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This issue brief identifies four important things to know about the transition to school, and it also mentions the transition that children and families experience to out-of-school programs: (1) transition is a matter of equity; (2) a smooth transition to school makes a difference for children's outcomes; (3) families play an important role in the transition to school; and (4) it's all about re
This brief shares findings from a series of focus groups with family child care providers supporting mixed-age groups of children. &n
The Fall 2019 issue of AfterSchool Today, the quarterly magazine of the National Afterschool Association (NAA), contains articles relevant to discussion on quality and equity: Allyship in Racial Equity on page 12, Shifting Systems with mention of WA racial equity policy screen on page 13, and Working Toward a More Equitable Future on pages 14-15.
From December 2018 through May 2019, the National Center on Afterschool and Summer Enrichment facilitated a peer learning group (PLG) on social-emotional learning (SEL) in Out-of-School Time (OST) for 10 state teams.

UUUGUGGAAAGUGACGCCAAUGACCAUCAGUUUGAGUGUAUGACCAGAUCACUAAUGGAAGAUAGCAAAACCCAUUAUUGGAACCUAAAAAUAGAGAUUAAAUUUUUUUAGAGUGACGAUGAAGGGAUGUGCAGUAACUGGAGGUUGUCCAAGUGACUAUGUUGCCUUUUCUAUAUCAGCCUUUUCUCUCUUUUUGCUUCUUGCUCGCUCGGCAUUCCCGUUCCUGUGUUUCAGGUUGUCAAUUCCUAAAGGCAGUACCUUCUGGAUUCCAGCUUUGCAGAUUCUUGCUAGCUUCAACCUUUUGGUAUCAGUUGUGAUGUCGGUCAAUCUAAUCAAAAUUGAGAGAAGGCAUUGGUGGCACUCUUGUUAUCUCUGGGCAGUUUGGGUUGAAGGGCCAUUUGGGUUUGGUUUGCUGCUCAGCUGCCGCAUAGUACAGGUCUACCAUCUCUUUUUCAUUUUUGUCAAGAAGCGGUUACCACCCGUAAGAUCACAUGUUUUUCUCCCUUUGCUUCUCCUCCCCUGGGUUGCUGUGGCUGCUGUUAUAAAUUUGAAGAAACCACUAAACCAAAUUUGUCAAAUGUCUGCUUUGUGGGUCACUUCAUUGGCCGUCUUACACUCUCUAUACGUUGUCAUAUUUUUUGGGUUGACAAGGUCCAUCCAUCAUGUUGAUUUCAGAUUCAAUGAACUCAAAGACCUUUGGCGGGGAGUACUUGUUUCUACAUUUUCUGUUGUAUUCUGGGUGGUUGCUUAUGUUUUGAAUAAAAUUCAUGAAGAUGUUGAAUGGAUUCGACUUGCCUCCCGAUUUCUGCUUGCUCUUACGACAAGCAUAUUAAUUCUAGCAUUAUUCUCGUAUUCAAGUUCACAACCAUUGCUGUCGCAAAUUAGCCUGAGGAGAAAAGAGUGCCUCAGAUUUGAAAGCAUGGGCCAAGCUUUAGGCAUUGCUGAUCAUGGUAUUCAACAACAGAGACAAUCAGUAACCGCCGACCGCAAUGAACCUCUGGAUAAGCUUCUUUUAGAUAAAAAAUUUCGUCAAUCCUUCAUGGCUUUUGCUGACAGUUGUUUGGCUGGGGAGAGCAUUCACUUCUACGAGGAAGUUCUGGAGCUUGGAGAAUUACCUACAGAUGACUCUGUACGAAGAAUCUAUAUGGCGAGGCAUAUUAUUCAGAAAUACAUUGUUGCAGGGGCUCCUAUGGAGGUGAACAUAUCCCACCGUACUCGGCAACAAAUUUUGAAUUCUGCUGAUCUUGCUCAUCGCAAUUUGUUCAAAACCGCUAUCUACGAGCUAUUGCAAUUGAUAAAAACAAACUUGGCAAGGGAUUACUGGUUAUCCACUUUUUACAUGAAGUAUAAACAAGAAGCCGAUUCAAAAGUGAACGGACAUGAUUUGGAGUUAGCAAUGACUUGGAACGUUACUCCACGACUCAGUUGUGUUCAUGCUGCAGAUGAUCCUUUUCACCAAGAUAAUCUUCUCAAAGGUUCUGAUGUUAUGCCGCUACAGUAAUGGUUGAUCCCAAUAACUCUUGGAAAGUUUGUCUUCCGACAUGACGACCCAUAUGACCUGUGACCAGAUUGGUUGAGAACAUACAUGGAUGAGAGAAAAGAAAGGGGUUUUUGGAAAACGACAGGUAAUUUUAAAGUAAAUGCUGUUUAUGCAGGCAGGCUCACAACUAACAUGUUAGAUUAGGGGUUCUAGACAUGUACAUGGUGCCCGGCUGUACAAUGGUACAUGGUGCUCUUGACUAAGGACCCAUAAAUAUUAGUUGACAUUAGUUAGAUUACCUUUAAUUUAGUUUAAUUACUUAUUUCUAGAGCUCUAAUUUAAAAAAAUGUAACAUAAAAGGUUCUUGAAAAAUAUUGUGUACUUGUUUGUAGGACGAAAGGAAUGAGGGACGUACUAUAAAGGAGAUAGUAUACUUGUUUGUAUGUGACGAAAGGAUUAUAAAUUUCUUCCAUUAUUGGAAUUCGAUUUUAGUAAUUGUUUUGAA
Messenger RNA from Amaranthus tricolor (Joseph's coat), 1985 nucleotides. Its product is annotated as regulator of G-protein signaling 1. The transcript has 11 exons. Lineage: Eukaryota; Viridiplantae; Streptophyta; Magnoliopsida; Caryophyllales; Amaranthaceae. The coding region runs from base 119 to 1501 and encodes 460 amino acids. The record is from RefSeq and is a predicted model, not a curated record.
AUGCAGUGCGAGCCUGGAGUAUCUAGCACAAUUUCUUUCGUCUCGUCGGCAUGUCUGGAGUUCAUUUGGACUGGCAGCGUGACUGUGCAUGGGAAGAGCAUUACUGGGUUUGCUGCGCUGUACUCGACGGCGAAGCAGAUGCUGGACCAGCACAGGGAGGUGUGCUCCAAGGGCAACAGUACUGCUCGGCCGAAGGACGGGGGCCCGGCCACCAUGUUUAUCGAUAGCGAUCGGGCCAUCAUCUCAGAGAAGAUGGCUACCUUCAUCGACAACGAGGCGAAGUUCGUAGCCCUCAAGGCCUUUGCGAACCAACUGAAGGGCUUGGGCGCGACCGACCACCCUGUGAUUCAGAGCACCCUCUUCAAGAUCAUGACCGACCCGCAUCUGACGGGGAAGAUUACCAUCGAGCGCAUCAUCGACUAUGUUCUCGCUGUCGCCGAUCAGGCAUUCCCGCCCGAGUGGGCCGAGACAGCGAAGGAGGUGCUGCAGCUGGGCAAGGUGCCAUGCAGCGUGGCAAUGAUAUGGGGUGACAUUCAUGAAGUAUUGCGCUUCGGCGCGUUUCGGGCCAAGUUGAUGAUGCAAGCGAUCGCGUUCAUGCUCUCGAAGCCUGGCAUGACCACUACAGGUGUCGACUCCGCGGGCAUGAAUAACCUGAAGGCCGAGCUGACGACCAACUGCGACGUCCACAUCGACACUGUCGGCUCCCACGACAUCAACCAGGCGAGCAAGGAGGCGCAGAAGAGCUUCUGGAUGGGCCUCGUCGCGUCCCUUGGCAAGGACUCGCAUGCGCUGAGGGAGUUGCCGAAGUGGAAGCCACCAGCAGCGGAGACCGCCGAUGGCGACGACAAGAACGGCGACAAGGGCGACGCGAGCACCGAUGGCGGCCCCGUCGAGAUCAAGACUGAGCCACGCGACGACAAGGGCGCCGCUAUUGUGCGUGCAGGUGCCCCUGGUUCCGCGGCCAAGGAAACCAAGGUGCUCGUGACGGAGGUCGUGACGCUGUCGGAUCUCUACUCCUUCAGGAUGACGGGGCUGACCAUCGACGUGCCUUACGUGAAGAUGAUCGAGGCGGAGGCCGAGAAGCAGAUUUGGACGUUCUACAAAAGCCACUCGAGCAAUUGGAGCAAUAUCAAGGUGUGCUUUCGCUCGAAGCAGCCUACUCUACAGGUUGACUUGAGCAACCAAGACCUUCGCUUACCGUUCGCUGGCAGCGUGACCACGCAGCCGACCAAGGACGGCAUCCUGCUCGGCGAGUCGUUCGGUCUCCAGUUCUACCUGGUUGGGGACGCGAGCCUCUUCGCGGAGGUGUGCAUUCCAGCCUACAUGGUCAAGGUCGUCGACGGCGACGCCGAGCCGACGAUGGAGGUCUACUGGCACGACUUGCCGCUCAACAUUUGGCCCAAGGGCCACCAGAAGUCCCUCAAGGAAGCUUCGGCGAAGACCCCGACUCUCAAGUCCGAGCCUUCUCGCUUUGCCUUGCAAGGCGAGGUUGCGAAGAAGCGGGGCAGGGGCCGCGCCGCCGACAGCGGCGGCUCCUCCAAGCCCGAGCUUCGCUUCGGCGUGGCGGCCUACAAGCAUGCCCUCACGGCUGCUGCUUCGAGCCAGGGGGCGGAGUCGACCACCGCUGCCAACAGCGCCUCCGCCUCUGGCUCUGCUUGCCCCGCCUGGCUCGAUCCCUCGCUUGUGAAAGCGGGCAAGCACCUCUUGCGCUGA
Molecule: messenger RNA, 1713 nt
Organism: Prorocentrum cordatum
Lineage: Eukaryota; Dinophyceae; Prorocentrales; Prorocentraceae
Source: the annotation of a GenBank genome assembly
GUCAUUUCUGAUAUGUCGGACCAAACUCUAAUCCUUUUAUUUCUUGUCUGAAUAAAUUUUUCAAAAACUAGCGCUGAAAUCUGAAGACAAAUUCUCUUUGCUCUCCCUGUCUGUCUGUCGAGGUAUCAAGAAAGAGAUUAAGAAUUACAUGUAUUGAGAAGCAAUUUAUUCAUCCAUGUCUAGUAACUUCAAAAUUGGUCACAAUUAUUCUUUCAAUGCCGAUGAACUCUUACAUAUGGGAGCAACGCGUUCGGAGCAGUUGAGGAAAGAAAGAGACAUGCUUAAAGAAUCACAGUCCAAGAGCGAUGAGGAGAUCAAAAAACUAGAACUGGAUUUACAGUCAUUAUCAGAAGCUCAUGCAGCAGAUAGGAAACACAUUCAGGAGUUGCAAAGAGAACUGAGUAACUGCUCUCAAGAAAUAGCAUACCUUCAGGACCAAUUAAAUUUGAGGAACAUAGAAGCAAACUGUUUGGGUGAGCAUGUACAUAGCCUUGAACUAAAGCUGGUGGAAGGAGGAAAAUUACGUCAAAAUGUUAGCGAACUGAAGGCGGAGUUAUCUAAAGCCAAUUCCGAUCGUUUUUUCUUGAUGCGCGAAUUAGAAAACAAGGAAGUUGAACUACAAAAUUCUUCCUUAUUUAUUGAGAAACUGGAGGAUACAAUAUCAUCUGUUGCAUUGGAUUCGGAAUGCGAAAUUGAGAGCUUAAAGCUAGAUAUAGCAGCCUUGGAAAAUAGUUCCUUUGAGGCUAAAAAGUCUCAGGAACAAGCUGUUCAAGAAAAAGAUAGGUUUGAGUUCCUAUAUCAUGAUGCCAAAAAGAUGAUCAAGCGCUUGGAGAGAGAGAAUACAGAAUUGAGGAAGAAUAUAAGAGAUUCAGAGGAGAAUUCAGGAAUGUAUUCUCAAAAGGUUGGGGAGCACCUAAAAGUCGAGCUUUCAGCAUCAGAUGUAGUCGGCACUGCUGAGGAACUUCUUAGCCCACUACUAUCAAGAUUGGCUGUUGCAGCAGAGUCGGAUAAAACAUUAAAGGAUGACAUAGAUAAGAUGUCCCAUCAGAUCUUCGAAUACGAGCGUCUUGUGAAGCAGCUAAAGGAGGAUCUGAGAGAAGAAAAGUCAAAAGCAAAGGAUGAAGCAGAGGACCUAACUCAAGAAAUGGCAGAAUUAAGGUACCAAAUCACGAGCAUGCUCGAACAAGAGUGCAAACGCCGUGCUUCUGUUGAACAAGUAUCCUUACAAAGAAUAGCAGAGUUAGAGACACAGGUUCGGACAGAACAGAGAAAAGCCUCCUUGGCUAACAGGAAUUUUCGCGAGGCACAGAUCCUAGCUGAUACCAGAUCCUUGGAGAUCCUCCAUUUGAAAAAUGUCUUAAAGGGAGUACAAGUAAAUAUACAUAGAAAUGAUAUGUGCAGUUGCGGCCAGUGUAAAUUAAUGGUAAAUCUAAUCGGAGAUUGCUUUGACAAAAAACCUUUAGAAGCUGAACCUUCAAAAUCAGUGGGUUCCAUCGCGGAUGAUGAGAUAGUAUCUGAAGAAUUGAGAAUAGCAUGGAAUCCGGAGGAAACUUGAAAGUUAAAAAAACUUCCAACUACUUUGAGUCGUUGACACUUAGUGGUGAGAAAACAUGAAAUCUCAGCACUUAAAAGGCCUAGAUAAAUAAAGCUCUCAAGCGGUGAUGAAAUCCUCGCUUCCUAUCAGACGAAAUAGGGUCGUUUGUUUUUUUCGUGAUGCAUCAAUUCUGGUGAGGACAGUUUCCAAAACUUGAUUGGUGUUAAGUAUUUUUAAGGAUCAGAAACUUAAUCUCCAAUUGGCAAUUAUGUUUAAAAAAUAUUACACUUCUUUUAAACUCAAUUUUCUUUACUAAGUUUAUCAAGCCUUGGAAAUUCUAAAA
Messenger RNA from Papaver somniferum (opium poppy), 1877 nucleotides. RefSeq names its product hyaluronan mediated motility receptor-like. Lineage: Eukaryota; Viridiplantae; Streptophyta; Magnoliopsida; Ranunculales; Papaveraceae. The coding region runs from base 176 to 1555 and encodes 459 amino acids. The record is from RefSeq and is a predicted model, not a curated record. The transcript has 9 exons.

This issue brief focuses on the importance of taking a comprehensive approach to wellness that includes attention to social emotional health as well as healthy eating and physical activity.
This issue brief includes links to resources to help states create a plan for equal access. It includes links to key program regulations and guidance from Child Care and Development Fund (CCDF) on topics like market rate surveys and family co-payments, FAQ and a webinar on the new rule, and recent data like characteristics of families served.
This issue brief outlines why collaboration between the Child Care and Development Fund (CCDF) and Temporary Assistance for Needy Families (TANF) is important for a two-generation approach to break the cycle of poverty so parents can focus on their own education, training, and work.
This guide is designed to supplement National AfterSchool Association (NAA) Core Knowledge and Competencies for Afterschool and Youth Development. It includes eight field-tested, research- and evidence-based practices and who, why, and how to implement these practices.
This issue brief about trauma-informed care brings a strengths-based perspective that emphasizes resilience. There is a review of the signs of trauma, how it impacts trauma and how to practice trauma-informed care using the Four Rs: realizing the widespread nature of childhood trauma, recognizing the symptoms, responding by adjusting policies and practices, and resisting re-traumatization.
The Science of Learning and Development (SoLD) Alliance is exploring ways to strengthen systems and support for whole child learning and development.